Sly Flourish's 2016 D&D Dungeon Master Survey Results

Mike Shea, otherwise known as Sly Flourish, held a survey over recent months to look at how Dungeons & Dragons DMs prepare and run their games. The results have now been released, and they make for some interesting reading. For example, most people play weekly for about four hours (as expected) with about an hour to two-hours preparation time. Over half play at home, about 10% in public, and about 20% play online. Over half use their own settings, 38% play in the Realms, and 5% in other D&D settings. Two thirds run their own adventures, with one third running published adventures. Check out Mike's full report (it's long!) for all the data!

Mike Shea, otherwise known as Sly Flourish, held a survey over recent months to look at how Dungeons & Dragons DMs prepare and run their games. The results have now been released, and they make for some interesting reading. For example, most people play weekly for about four hours (as expected) with about an hour to two-hours preparation time. Over half play at home, about 10% in public, and about 20% play online. Over half use their own settings, 38% play in the Realms, and 5% in other D&D settings. Two thirds run their own adventures, with one third running published adventures. Check out Mike's full report (it's long!) for all the data!

Some key points:

  • 6,600 respondents.
  • Most people play weekly for about four hours (as expected) with about an hour to two-hours preparation time.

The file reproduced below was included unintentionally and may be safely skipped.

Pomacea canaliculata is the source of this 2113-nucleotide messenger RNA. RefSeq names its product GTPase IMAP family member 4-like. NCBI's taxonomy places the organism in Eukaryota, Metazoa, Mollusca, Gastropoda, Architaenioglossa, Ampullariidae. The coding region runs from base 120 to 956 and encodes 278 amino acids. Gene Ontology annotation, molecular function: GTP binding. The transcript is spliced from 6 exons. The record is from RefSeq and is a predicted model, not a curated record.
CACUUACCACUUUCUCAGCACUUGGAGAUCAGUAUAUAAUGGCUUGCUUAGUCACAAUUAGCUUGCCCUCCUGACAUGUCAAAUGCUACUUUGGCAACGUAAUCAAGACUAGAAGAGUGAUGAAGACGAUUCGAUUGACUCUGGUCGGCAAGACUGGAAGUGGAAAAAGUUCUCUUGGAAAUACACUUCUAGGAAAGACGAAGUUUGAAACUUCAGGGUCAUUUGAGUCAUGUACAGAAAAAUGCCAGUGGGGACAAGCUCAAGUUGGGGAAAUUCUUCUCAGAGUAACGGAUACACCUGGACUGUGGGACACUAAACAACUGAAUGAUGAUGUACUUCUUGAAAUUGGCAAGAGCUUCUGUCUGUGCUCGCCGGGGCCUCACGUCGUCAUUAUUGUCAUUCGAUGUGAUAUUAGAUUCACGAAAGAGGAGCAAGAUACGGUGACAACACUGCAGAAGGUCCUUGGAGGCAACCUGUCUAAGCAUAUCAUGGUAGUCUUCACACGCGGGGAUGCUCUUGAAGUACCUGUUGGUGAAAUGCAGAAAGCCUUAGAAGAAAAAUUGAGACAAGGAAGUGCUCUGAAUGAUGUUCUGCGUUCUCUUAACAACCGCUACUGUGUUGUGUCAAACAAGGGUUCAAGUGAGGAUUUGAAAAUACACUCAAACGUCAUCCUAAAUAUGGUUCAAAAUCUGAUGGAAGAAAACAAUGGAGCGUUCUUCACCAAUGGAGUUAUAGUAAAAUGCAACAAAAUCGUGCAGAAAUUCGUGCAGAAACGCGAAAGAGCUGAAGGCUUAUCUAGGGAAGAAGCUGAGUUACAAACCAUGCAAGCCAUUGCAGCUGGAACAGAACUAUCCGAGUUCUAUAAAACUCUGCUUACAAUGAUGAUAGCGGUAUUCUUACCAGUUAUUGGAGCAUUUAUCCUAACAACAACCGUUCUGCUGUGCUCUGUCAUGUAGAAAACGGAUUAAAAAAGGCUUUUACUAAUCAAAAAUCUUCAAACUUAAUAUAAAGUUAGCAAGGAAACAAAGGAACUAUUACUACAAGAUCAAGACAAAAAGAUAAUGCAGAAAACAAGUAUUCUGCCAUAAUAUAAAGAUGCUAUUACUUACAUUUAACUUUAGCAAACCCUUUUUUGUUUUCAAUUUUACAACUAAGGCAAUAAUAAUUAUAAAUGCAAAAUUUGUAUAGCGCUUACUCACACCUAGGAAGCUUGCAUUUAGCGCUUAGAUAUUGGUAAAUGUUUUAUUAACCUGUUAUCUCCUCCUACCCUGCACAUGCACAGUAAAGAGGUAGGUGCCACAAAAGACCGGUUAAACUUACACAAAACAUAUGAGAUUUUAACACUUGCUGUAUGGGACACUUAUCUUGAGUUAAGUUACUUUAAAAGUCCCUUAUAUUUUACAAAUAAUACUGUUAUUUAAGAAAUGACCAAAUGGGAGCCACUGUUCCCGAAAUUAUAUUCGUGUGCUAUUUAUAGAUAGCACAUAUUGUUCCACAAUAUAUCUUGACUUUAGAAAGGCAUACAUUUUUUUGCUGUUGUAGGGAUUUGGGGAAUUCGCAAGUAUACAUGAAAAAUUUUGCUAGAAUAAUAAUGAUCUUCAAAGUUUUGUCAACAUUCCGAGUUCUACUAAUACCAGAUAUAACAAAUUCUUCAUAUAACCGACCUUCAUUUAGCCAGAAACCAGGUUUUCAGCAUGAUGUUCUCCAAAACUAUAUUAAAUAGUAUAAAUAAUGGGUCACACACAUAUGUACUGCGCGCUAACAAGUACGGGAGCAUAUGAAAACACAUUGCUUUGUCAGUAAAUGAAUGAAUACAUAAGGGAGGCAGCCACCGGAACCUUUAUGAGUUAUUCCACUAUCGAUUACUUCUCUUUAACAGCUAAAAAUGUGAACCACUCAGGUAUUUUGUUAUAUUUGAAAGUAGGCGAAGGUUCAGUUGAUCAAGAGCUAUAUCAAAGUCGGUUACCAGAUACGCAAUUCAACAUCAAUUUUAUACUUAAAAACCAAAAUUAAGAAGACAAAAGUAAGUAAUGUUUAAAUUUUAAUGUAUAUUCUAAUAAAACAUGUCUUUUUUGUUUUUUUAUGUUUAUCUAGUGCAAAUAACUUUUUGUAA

• Over half play at home, about 10% in public, and about 20% play online.
  • Over half use their own settings, 38% play in the Realms, and 5% in other D&D settings.
  • Two thirds run their own adventures, with one third running published adventures.
  • The Kobold Fight Club online encounter builder is the most used tool. Ahead of dice, apparently!

If you want to analysis the data yourself, you can do so here (CSV file).


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Ghost2020

Adventurer
Interesting theory, but in practice a group tends to pool and buy a book; they tried the player focused strategy with 3E, bit that appears to have been a losing tactic.

This survey has sampling issues, but it does seem to match some of the numbers WotC has provided, so it may be valid data.

I've been gaming for about 33 years. Dozens of groups and never once has a group pooled together to buy a book. Everyone was on their own to buy their own books and materials.
 

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Sacrosanct

Legend
I've been gaming for about 33 years. Dozens of groups and never once has a group pooled together to buy a book. Everyone was on their own to buy their own books and materials.

I'm not saying it doesn't happen, but I've never seen it either in the past 35 years. Everyone owns their own PHB, and the people who DM own the DMG and MM. And some who don't DM also own those, but not as many.
 

Nagol

Unimportant